• Quality of Life

Key Initiative

Expand city-led programming and support other organizations’ efforts related to programming in City parks and other public spaces, including downtown.

Previous Initiative Next Initiative


Many communities realize the value of parks and public spaces and their economic impact within the community. Parks and public spaces come in all shapes and sizes. They can be strictly recreational, used to protect environmental and natural areas, or can simply be passive spaces.

They can be located in downtown Lebanon, adjacent to schools or within neighborhoods and can be linear greenways, small pocket parks or large neighborhood parks. Whatever their constitution, the best parks are designed for multi-use versatility. 

Successful parks and public spaces usually have five elements associated with them. They are engaging, adaptable, authentic, connected, and iconic. They should be designed to provide comfort, convenience, and enjoyment, fostering social interactions and physical connectivity. Moreover, good design creates visually appealing, interactive space that attracts people every dayyear round. It should also be adaptable to support a variety of programming.   

It is important for public spaces to also be authentic – celebrating the unique identity, heritage, and culture of Lebanon, while also contributing to the quality of life of a neighborhood or specific area within the city. Connections to the broader City system of sidewalks, bike paths, green spaces, streetscapes, and mixed use environments that connect neighborhoods, employment centers, and cultural districts are necessary.  And finally, they should be iconic, creating a unique and transformative experience where they shift the paradigm and redefine their neighborhood or community.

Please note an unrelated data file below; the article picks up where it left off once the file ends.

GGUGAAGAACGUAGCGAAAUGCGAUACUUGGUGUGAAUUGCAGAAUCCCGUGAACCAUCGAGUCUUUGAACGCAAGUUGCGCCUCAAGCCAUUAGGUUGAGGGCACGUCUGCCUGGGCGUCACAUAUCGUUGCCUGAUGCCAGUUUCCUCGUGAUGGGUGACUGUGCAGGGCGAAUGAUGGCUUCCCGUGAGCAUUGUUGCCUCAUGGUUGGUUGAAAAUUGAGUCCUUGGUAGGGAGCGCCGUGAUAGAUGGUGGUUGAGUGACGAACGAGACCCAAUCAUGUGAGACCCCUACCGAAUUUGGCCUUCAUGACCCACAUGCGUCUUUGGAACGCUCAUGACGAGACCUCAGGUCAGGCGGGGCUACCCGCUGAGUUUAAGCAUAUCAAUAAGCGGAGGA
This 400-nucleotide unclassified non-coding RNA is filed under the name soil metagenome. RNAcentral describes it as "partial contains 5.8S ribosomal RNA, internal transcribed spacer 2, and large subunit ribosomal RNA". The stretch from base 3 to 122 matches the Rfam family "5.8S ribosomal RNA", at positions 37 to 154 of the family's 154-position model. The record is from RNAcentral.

While the intangible benefits of parks and public spaces are wonderful for people’s quality of life, there are quantifiable economic benefits in return on investment and a city’s tax base. As CityLab noted in its “Why We Pay More for Walkable Neighborhoods,” (https://www.citylab.com/life/2012/05/why-you-pay-more-walkable-neighborhoods/2122/)  if your home is located within a walkable area and near a park, the value will likely go up by $81.54 per square foot. According to Americans for the Arts’ “Arts & Economic Prosperity III” report, parks and public spaces that incorporate local heritage and art will attract more tourists, while also promoting a sense of pride and connection for residentsFor every dollar invested, there is generally a $7 return on the investment.  

Amenity infrastructure is so critical that it helps potentially undesirable areas transform into hubs of activity and redevelopment. In many cases, the creation of any park space or public space on a vacant or under-utilized parcel can lead to new residential, mixed-use or retail area around these sites, all of which increase the quality of life for residents and visitors to that community.